Posted by: sweeneyblog | January 15, 2014

Sen. Doug Ericksen Tries to Limit Futurewise Efforts

Capital Beat

Weekly Legislative Coverage

For the 2014 session, I will be providing weekly updates on your state legislature thanks to the generous support of donors like you.

Of the many bills Sen. Doug Ericksen has introduced so far this session (yes, we will be getting to all of them), there is one that is so narrowly focused, it might as well have been addressed directly to Futurewise. SB 5983 limits the ability of the Growth Management Hearings Board from hearing petitions relating to exempt (small) wells.

Why is this a stab at Futurewise?  The crack legal team with Whatcom Futurewise (Eric Hirst, David Stalheim, Laura Brakke and Wendy Harris) just beat the county in court over that very issue.

When explaining the Growth Management Act, I usually use the metaphor of a teacher and a student. The Growth Management Act says that every student  (county) has to do their homework (create a legally sound plan for how their county will grow). For decades, Whatcom County has refused to do their homework (get in compliance with the Growth Management Act), and has allowed developers to build willy-nilly all throughout our farmland. Futurewise, the smarty-pants in the back of the classroom, has been jumping up and down tattling on Whatcom County, reminding the teacher (the Growth Management Hearings Board) that Whatcom hasn’t done their homework.

Sen. Doug Ericksen

Sen. Doug Ericksen

This legislation removes one of the main homework assignments. In essence, Sen. Ericksen is saying, you can’t tattle on us about this because this doesn’t count. Will this actually roll back the decision made on Dec. 2nd in Futurewise’s favor? I don’t think so, but it could affect future challenges.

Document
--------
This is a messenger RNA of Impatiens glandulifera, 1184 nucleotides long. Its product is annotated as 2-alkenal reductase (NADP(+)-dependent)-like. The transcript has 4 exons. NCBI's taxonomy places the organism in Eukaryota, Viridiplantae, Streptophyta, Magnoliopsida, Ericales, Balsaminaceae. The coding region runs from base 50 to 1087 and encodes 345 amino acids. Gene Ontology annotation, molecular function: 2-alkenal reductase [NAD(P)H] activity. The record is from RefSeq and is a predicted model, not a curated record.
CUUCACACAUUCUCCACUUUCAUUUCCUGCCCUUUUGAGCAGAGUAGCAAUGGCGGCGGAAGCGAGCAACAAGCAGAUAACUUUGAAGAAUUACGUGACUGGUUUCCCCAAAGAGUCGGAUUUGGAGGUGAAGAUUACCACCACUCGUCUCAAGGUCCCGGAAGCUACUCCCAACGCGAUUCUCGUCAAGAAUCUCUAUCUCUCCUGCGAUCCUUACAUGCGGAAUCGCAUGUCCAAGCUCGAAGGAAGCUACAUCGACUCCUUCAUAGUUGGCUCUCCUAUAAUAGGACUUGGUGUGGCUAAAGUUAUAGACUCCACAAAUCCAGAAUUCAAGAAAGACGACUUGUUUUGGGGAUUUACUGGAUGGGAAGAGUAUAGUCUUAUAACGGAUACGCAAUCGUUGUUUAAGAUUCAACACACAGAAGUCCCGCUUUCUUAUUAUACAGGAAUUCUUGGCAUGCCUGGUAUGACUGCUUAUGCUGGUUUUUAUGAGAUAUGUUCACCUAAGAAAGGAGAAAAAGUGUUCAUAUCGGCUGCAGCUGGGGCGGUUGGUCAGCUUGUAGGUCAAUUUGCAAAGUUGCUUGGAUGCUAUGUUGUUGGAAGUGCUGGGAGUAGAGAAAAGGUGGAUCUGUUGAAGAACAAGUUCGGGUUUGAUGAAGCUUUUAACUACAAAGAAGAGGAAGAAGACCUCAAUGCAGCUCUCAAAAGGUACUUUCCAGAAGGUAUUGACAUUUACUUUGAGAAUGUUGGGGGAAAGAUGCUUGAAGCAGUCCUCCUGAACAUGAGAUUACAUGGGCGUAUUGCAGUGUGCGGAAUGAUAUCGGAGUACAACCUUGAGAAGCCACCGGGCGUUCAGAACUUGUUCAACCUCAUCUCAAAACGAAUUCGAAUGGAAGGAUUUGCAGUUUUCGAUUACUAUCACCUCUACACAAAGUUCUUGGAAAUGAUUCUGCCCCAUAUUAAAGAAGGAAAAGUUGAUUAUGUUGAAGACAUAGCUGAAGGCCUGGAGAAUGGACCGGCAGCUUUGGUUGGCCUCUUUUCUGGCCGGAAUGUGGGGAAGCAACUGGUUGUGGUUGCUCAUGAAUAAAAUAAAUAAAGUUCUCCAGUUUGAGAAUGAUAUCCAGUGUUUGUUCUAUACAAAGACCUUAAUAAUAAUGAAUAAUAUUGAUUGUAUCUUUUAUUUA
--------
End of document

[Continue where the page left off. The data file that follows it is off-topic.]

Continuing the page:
So what are the real world impacts of this change? The challenge was over the use of small exempt water wells. Basically, a developer would sidestep a whole host of water rights issues by just drilling a series of small wells (“a six pack”) to provide for a subdivision. The problem was everyone began doing that, resulting in a huge drain on the groundwater supply which affected rural access to water. The eloquent Jean Melious goes into depth on some of these issues on her blog here and here.

The bill has been referred to the Agriculture Committee. It has drawn four other co-sponsors and Rep. Vincent Buys has introduced a companion bill in the House (you will remember that Buys managed to get one piece of legislation passed last year, a bill relating to rural wells). The committee is overseen by conservative Democrat Brian Hatfield who represents Aberdeen and Grays Harbor County, so it will probably get a hearing at least.

Stay tuned later this week for more legislative coverage. Also, thank you to Bellingham Herald reporter Ralph Schwartz who said, “Sweeney is a seasoned observer of all things political and a fun read, from a partisan-Democrat perspective.” Thank you for the link. As for partisanship, I aim for total transparency. I’m a proud Democrat, but not a blind one. I’ve been critical of Democrats in the past and will be in the future.